A camping trip in the mountains of Shenandoah National Park put Ashleigh Shanti on a path to finding her real purpose. The globally-trained chef and certified sommelier was already at a crossroads after more than a decade cooking at top-rated, fine-dining restaurants such as José Andrés’s celebrated Minibar in Washington, D.C.
“I spent quite a while searching for my place in the industry. Being a minority, that can be very difficult,” says Shanti who was just appointed to the Eater Young Guns Class of ’19. “There are not a lot of opportunities and positions of leadership that are outright presented to us.” Yet she knew her training and creativity made the lovely food she saw on plates in her mind worthy of recognition. One of the stories she wanted to tell with her cooking appeared in a display at a Shenandoah visitor center.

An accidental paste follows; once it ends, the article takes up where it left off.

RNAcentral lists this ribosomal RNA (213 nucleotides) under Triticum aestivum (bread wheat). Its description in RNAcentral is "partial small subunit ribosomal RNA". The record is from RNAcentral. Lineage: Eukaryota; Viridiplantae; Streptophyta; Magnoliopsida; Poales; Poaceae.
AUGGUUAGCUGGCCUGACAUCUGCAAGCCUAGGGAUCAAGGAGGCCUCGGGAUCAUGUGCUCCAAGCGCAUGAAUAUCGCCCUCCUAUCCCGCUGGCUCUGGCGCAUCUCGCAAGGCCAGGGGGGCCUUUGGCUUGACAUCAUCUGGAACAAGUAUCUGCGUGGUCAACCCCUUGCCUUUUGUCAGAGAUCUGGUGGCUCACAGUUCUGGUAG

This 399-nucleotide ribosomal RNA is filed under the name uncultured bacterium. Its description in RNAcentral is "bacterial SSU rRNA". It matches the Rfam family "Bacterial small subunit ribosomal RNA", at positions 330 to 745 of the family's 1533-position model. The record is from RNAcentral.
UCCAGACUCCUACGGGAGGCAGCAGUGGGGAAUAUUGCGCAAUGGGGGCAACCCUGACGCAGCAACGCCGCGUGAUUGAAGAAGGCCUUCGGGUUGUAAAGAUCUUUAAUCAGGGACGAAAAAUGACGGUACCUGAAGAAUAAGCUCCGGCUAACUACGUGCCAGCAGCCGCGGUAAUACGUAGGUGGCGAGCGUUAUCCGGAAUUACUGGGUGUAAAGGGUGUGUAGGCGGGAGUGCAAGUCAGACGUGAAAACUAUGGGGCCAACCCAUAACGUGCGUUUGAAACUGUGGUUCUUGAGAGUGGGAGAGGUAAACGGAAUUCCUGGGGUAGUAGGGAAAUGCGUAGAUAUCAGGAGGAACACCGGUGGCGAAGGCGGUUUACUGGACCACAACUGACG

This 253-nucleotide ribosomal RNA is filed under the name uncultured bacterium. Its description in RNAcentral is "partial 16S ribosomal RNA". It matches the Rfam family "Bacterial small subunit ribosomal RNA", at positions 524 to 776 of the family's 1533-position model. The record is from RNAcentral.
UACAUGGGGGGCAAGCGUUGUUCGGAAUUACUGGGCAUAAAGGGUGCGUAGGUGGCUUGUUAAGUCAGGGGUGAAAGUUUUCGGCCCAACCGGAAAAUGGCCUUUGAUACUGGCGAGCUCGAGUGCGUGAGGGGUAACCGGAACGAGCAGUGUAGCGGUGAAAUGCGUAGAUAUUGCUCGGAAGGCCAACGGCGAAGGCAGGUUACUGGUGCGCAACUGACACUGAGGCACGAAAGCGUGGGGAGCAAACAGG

“Right towards the end of our tour, we get to this display that says, ‘Where are the Blacks in Appalachia?”’ Shanti had been asking herself the same question, knowing that her great grandmother and grandmother once lived in the Appalachian Mountains. That was the moment the chef chose the direction for her future culinary identity. “Since the moment I saw that I have been committed to making a Black Appalachian menu.”
Dream Job in Asheville
Chef Shanti’s vision came to fruition when she met the James Beard Award-nominated John Fleer. The owner and chef of Asheville’s Rhubarb had a concept for a new restaurant in The Foundry Hotel. It stands in a neighborhood known as The Block, a historically African-American community that was a thriving commercial district before urban renewal contributed to its decline in the 1970s. Fleer would only agree to create the hotel’s restaurant if it paid tribute to the immeasurable contributions African-American cooks made to Appalachian and Southern cuisines for hundreds of years.